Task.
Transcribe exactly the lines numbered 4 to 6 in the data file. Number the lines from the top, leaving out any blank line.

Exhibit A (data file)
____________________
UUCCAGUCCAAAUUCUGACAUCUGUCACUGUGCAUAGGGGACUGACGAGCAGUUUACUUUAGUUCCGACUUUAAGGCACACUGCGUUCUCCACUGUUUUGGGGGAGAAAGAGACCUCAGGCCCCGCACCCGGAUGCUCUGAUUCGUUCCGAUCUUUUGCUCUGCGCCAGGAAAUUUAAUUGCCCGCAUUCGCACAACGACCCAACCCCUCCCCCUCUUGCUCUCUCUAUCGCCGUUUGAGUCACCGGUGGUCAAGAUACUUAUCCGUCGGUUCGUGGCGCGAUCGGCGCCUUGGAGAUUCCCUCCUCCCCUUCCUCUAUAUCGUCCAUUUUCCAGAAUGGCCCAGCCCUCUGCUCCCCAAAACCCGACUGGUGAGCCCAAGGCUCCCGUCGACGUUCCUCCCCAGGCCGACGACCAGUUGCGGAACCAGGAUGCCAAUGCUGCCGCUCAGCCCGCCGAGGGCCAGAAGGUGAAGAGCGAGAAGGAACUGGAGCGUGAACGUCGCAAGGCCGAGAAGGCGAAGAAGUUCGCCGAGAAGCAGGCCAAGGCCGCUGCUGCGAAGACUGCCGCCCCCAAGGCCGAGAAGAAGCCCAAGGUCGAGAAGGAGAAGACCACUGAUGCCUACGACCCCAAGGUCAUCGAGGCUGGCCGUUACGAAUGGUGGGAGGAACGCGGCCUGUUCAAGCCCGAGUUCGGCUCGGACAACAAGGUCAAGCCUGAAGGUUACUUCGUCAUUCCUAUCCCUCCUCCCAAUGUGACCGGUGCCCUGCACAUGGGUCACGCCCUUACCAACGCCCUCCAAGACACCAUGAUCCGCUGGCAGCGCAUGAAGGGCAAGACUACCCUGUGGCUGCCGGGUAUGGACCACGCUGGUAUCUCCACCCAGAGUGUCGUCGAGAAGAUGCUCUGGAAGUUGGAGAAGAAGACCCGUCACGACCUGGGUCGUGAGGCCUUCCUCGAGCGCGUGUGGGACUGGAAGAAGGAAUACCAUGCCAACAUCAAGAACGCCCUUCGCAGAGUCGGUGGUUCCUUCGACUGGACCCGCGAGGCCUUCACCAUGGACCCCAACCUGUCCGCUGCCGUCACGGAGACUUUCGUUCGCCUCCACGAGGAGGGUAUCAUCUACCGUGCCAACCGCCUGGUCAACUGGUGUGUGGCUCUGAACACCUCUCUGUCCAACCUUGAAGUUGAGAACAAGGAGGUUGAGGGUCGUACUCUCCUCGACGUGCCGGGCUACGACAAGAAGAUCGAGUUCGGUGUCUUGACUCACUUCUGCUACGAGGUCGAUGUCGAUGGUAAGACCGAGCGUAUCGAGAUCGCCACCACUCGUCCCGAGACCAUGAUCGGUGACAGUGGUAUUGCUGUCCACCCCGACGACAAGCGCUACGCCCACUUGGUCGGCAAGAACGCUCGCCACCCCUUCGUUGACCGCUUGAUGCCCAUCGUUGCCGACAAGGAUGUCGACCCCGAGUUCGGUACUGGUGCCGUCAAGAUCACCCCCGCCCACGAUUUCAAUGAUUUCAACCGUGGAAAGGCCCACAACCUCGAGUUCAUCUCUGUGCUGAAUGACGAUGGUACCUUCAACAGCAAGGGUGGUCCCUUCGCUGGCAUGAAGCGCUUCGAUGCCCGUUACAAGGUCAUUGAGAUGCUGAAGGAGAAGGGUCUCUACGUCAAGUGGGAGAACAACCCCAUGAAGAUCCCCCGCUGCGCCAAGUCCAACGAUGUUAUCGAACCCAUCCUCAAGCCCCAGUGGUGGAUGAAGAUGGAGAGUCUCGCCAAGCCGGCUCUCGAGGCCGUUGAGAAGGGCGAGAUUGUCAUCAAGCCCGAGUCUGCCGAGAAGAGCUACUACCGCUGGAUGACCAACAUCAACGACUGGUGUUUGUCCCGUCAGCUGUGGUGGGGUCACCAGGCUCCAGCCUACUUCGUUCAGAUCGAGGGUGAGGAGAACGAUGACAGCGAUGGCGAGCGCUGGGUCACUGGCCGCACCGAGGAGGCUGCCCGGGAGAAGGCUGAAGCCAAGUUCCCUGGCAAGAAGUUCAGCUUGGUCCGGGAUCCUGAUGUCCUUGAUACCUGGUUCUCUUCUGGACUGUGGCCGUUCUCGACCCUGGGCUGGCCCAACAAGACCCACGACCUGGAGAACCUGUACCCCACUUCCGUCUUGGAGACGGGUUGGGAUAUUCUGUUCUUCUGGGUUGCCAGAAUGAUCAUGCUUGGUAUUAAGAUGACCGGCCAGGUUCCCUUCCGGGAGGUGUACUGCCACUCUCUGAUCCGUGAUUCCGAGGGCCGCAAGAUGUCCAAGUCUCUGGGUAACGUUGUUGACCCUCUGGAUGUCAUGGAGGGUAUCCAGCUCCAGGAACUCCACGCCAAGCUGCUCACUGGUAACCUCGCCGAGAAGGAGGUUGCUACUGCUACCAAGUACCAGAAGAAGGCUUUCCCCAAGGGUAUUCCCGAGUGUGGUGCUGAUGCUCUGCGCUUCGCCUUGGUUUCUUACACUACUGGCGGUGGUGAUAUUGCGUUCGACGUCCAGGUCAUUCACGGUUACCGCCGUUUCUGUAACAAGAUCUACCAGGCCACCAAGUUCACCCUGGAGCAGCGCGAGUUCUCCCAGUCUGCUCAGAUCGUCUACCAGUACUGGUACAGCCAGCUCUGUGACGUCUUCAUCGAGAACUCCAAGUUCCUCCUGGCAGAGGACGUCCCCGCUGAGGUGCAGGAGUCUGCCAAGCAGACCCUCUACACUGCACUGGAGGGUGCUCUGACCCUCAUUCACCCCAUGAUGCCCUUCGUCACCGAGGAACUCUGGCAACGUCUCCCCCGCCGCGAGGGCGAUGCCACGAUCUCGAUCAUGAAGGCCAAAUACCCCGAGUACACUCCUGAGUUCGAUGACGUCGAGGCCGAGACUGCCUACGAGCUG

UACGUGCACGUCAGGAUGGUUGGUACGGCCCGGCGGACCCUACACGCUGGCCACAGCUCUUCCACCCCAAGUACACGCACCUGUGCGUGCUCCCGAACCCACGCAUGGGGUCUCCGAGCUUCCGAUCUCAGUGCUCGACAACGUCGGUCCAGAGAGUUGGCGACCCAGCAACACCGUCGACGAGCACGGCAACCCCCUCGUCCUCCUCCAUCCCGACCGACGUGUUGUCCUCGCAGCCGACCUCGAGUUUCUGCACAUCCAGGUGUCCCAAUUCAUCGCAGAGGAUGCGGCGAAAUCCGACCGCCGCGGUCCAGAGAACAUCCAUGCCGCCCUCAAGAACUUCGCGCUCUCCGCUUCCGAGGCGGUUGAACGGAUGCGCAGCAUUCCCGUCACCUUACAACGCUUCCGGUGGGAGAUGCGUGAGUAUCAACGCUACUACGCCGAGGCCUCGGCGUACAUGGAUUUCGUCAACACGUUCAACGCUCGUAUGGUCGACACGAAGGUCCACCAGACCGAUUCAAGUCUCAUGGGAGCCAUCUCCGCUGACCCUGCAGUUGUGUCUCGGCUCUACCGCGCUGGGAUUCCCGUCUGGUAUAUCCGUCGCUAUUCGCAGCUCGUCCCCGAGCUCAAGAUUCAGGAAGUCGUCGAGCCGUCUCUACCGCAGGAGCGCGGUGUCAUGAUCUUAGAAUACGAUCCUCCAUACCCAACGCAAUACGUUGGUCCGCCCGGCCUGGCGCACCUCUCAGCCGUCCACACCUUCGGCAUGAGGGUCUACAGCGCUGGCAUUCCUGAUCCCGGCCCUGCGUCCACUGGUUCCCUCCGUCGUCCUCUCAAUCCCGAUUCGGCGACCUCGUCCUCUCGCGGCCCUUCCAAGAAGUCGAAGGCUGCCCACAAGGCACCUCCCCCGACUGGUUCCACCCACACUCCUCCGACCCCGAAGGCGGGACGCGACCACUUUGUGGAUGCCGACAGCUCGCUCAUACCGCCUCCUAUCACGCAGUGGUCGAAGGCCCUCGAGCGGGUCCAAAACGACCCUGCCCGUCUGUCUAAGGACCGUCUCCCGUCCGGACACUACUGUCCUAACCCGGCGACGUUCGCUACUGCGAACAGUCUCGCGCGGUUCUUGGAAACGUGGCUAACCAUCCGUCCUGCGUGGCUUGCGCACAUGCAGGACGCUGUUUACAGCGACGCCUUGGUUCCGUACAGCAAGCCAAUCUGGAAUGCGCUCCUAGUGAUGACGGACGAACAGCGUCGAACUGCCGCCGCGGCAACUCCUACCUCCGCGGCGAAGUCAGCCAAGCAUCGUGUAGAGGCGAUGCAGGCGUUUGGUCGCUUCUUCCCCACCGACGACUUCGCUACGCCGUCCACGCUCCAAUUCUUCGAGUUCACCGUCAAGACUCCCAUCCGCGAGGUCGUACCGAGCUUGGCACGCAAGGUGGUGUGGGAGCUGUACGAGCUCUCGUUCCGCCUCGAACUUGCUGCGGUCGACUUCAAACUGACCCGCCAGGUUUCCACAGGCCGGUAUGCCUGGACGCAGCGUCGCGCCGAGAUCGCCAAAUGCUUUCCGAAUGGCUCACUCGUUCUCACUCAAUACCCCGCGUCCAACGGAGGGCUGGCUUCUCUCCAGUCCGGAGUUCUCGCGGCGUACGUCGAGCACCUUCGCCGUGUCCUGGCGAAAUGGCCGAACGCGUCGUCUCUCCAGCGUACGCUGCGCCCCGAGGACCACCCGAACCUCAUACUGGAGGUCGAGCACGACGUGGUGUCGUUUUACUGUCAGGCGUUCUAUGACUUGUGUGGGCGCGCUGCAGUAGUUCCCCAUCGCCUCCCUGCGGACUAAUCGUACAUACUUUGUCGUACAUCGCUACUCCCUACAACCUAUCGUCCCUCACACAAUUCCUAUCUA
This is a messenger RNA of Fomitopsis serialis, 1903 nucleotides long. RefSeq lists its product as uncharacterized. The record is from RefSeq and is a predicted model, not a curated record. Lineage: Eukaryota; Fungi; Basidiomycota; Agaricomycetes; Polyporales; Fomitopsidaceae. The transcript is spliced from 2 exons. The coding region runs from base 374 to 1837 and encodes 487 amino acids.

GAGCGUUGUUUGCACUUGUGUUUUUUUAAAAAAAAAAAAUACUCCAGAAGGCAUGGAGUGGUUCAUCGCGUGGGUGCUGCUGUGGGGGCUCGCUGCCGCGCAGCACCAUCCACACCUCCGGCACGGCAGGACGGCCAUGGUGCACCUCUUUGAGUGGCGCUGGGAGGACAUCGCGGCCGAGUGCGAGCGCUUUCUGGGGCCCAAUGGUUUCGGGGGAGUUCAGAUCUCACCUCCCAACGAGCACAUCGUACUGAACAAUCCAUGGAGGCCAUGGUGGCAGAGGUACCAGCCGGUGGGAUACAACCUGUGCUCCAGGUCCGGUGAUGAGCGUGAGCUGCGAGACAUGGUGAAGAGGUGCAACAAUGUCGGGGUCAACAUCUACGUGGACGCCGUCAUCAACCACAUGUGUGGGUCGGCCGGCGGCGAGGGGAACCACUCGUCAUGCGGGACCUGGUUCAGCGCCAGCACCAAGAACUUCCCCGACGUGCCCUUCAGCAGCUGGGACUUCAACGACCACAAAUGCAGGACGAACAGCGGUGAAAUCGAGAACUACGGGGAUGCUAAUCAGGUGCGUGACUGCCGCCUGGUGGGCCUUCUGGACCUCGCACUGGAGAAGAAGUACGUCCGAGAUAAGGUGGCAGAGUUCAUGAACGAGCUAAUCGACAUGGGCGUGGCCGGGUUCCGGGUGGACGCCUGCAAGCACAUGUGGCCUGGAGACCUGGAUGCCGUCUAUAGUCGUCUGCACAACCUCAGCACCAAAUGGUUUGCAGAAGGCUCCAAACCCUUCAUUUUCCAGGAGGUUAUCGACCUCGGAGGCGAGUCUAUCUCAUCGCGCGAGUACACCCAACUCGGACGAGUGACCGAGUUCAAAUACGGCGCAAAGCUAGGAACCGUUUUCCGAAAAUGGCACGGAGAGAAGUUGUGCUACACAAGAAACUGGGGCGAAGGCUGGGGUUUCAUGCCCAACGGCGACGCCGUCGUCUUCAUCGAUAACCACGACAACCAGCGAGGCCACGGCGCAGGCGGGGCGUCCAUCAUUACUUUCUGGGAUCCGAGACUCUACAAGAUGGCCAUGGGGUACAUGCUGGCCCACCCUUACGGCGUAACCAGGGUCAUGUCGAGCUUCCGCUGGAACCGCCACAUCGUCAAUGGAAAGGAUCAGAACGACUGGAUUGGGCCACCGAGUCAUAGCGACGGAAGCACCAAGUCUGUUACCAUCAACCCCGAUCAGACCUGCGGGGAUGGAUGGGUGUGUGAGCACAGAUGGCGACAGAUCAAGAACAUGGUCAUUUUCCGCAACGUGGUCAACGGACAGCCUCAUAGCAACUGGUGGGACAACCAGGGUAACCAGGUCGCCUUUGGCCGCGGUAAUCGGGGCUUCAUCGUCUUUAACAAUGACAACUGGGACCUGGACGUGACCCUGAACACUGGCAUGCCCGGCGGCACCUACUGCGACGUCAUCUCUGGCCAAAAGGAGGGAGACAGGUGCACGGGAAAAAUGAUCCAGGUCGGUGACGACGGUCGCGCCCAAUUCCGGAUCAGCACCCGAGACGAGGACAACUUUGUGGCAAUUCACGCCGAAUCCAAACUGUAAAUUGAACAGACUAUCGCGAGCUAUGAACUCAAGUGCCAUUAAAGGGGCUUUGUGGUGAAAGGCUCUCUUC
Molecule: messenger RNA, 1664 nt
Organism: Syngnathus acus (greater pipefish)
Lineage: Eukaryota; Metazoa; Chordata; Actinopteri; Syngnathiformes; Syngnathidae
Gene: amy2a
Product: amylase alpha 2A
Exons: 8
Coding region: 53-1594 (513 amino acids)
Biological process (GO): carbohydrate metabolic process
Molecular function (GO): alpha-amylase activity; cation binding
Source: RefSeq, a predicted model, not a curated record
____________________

GAGCGUUGUUUGCACUUGUGUUUUUUUAAAAAAAAAAAAUACUCCAGAAGGCAUGGAGUGGUUCAUCGCGUGGGUGCUGCUGUGGGGGCUCGCUGCCGCGCAGCACCAUCCACACCUCCGGCACGGCAGGACGGCCAUGGUGCACCUCUUUGAGUGGCGCUGGGAGGACAUCGCGGCCGAGUGCGAGCGCUUUCUGGGGCCCAAUGGUUUCGGGGGAGUUCAGAUCUCACCUCCCAACGAGCACAUCGUACUGAACAAUCCAUGGAGGCCAUGGUGGCAGAGGUACCAGCCGGUGGGAUACAACCUGUGCUCCAGGUCCGGUGAUGAGCGUGAGCUGCGAGACAUGGUGAAGAGGUGCAACAAUGUCGGGGUCAACAUCUACGUGGACGCCGUCAUCAACCACAUGUGUGGGUCGGCCGGCGGCGAGGGGAACCACUCGUCAUGCGGGACCUGGUUCAGCGCCAGCACCAAGAACUUCCCCGACGUGCCCUUCAGCAGCUGGGACUUCAACGACCACAAAUGCAGGACGAACAGCGGUGAAAUCGAGAACUACGGGGAUGCUAAUCAGGUGCGUGACUGCCGCCUGGUGGGCCUUCUGGACCUCGCACUGGAGAAGAAGUACGUCCGAGAUAAGGUGGCAGAGUUCAUGAACGAGCUAAUCGACAUGGGCGUGGCCGGGUUCCGGGUGGACGCCUGCAAGCACAUGUGGCCUGGAGACCUGGAUGCCGUCUAUAGUCGUCUGCACAACCUCAGCACCAAAUGGUUUGCAGAAGGCUCCAAACCCUUCAUUUUCCAGGAGGUUAUCGACCUCGGAGGCGAGUCUAUCUCAUCGCGCGAGUACACCCAACUCGGACGAGUGACCGAGUUCAAAUACGGCGCAAAGCUAGGAACCGUUUUCCGAAAAUGGCACGGAGAGAAGUUGUGCUACACAAGAAACUGGGGCGAAGGCUGGGGUUUCAUGCCCAACGGCGACGCCGUCGUCUUCAUCGAUAACCACGACAACCAGCGAGGCCACGGCGCAGGCGGGGCGUCCAUCAUUACUUUCUGGGAUCCGAGACUCUACAAGAUGGCCAUGGGGUACAUGCUGGCCCACCCUUACGGCGUAACCAGGGUCAUGUCGAGCUUCCGCUGGAACCGCCACAUCGUCAAUGGAAAGGAUCAGAACGACUGGAUUGGGCCACCGAGUCAUAGCGACGGAAGCACCAAGUCUGUUACCAUCAACCCCGAUCAGACCUGCGGGGAUGGAUGGGUGUGUGAGCACAGAUGGCGACAGAUCAAGAACAUGGUCAUUUUCCGCAACGUGGUCAACGGACAGCCUCAUAGCAACUGGUGGGACAACCAGGGUAACCAGGUCGCCUUUGGCCGCGGUAAUCGGGGCUUCAUCGUCUUUAACAAUGACAACUGGGACCUGGACGUGACCCUGAACACUGGCAUGCCCGGCGGCACCUACUGCGACGUCAUCUCUGGCCAAAAGGAGGGAGACAGGUGCACGGGAAAAAUGAUCCAGGUCGGUGACGACGGUCGCGCCCAAUUCCGGAUCAGCACCCGAGACGAGGACAACUUUGUGGCAAUUCACGCCGAAUCCAAACUGUAAAUUGAACAGACUAUCGCGAGCUAUGAACUCAAGUGCCAUUAAAGGGGCUUUGUGGUGAAAGGCUCUCUUC
Molecule: messenger RNA, 1664 nt
Organism: Syngnathus acus (greater pipefish)